Our version of a road trip was just a little different. The plan did not call for us to jump in the car, start driving, and see where we ended up. We planned to take our time – 7 months actually – and the planning took even longer. (Not to worry, planning is always half the fun.)

Our version paid off in reduced costs: AirBnBs were booked for longer stays to get a discount and allowed us to do our own cooking; we were able to reserve camping sites (so much less expensive than motels); and the motels we did stay in were chosen for high ratings and low prices. (Photo: Missoula, Montana AirBnB where we stayed for a lovely week)

We started in Portland, Oregon with a family visit. In December we headed due south. By July, the trip had ended where it began – in Portland, Oregon. Blue dots mark AirBnB stays of a week (San Jose, California; Tucson, Arizona; Livingston and Missoula, Montana) or month-long stays (Palm Springs, California and Sierra Vista, Arizona). Green dots mark national parks we visited: from north to south: Waterton Lakes NP in Alberta, Canada; Glacier NP in Montana; Yellowstone and Grand Teton NPs in Wyoming; 3 NPs in Utah: Capitol Reef, Arches and Canyonlands; and Canyon de Chelly National Monument and Saguaro NP in Arizona.

Weather can make or break a trip. We plotted historic temperature and rainfall as part of our planning, and it worked well.

Somewhere along the way, probably as we drove down a back road with an endless vista of sagebrush plains with layered, red rock mountains in the distance, it occurred to us that the American West was a foreign destination for us.

We expected the landscape to be very different – and it was. (Photo – Yellowstone NP, Wyoming)

The difference was more than just the landscape. Step into a town in the old west and glance at a restaurant menu, or clothing styles, or how towns are strung out along the railroad tracks, and we experienced a place foreign to the east coast.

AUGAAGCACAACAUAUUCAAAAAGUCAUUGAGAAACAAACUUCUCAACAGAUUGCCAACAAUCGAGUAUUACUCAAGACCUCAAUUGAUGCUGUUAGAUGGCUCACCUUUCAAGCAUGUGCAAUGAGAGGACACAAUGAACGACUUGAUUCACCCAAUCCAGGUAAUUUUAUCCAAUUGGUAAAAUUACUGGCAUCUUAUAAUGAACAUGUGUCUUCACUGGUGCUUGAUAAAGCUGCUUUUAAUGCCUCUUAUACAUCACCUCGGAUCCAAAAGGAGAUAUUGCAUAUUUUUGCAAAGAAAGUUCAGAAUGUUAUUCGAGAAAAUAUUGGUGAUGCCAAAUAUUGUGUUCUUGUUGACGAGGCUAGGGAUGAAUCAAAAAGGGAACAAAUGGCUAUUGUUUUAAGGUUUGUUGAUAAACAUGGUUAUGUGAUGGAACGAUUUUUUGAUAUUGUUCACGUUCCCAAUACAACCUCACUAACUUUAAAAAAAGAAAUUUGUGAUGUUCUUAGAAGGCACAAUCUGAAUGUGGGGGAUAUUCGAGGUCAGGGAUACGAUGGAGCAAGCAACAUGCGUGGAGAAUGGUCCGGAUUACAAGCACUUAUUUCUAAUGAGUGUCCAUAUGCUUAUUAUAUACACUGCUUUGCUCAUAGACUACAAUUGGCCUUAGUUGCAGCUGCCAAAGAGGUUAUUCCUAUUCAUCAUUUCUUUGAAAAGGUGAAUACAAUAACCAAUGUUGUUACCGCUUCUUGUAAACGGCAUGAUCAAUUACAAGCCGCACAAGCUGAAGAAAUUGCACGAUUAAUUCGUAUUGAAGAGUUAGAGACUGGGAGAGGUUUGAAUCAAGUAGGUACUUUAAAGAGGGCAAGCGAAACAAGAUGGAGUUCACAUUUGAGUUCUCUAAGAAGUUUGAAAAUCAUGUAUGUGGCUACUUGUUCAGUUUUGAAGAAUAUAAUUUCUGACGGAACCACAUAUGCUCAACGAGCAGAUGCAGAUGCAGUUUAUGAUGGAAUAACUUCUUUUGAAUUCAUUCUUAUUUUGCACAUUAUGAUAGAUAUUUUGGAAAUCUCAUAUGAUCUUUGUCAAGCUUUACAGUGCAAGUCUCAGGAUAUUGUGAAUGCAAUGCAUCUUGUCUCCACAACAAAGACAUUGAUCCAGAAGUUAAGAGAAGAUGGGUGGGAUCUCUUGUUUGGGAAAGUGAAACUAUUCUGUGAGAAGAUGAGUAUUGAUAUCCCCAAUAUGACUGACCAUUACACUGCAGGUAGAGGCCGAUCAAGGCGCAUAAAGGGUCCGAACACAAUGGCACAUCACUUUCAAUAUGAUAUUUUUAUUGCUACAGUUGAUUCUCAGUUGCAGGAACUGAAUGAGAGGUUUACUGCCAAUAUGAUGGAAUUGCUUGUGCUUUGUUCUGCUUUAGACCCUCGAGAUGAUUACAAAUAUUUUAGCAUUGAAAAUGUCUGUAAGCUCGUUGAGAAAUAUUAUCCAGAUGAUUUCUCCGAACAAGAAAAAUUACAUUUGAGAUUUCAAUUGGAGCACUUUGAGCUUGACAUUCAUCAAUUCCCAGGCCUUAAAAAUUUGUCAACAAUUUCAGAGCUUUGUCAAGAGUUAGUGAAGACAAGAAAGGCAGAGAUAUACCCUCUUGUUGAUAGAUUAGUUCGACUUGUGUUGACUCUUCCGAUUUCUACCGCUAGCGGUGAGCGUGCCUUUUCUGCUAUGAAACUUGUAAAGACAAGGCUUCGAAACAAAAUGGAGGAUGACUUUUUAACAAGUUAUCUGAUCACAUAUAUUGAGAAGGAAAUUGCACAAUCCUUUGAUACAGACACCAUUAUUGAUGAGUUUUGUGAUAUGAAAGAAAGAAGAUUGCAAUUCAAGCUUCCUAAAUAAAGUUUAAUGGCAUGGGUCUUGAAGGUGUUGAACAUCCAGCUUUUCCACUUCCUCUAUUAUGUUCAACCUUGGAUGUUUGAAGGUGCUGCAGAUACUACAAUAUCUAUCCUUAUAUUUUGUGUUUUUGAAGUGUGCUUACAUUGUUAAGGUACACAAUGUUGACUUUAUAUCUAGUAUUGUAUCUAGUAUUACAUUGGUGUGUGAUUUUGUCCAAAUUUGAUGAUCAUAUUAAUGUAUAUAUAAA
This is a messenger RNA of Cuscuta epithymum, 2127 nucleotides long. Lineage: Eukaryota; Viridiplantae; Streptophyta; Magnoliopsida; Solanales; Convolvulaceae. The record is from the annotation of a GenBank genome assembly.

We saw animals, like bison, we’d never seen at home.

Many miles of state highways were “open range” where cattle roamed freely across the roads.

As grand as the scenery was, the best part of the road trip started when we left the car and started to explore.

We spent time on a number of Indian reservations, including the Navajo and Blackfeet, but the native peoples’ presence was strongly felt almost everywhere we traveled. (Photo: Arches NP – Ute rock art carved between 1650 and 1850)

We walked or hiked at every stop. We saw rock formations, birds, bugs, wildflowers, plants, and many animals.

The huge old trees, especially in the national parks, were impressive. (Photo: Waterton Lakes NP, Alberta, Canada)

If we hadn’t walked by on our hike up to a waterfall, we would have missed this old cabin decorated with license plates in Chico, Montana.

Friends joined us along the way and we stopped to visit others, like Ken, on his cherry farm on Flathead Lake in Montana. The cherries were almost ripe. Next time, we realized, we should plan to be there during the harvest.

Our trip through the American West, so unfamiliar and unknown to us, wasn’t far removed from our trips to foreign countries. The excitement of the scenic, colorful, oh-so-photogenic landscape alone made it one of our best road trips ever. Could we ever be bored driving those roads? With each stop, all the discoveries to be made down paths and roads just made us more excited. This is exactly how travel should be.

 

July 2017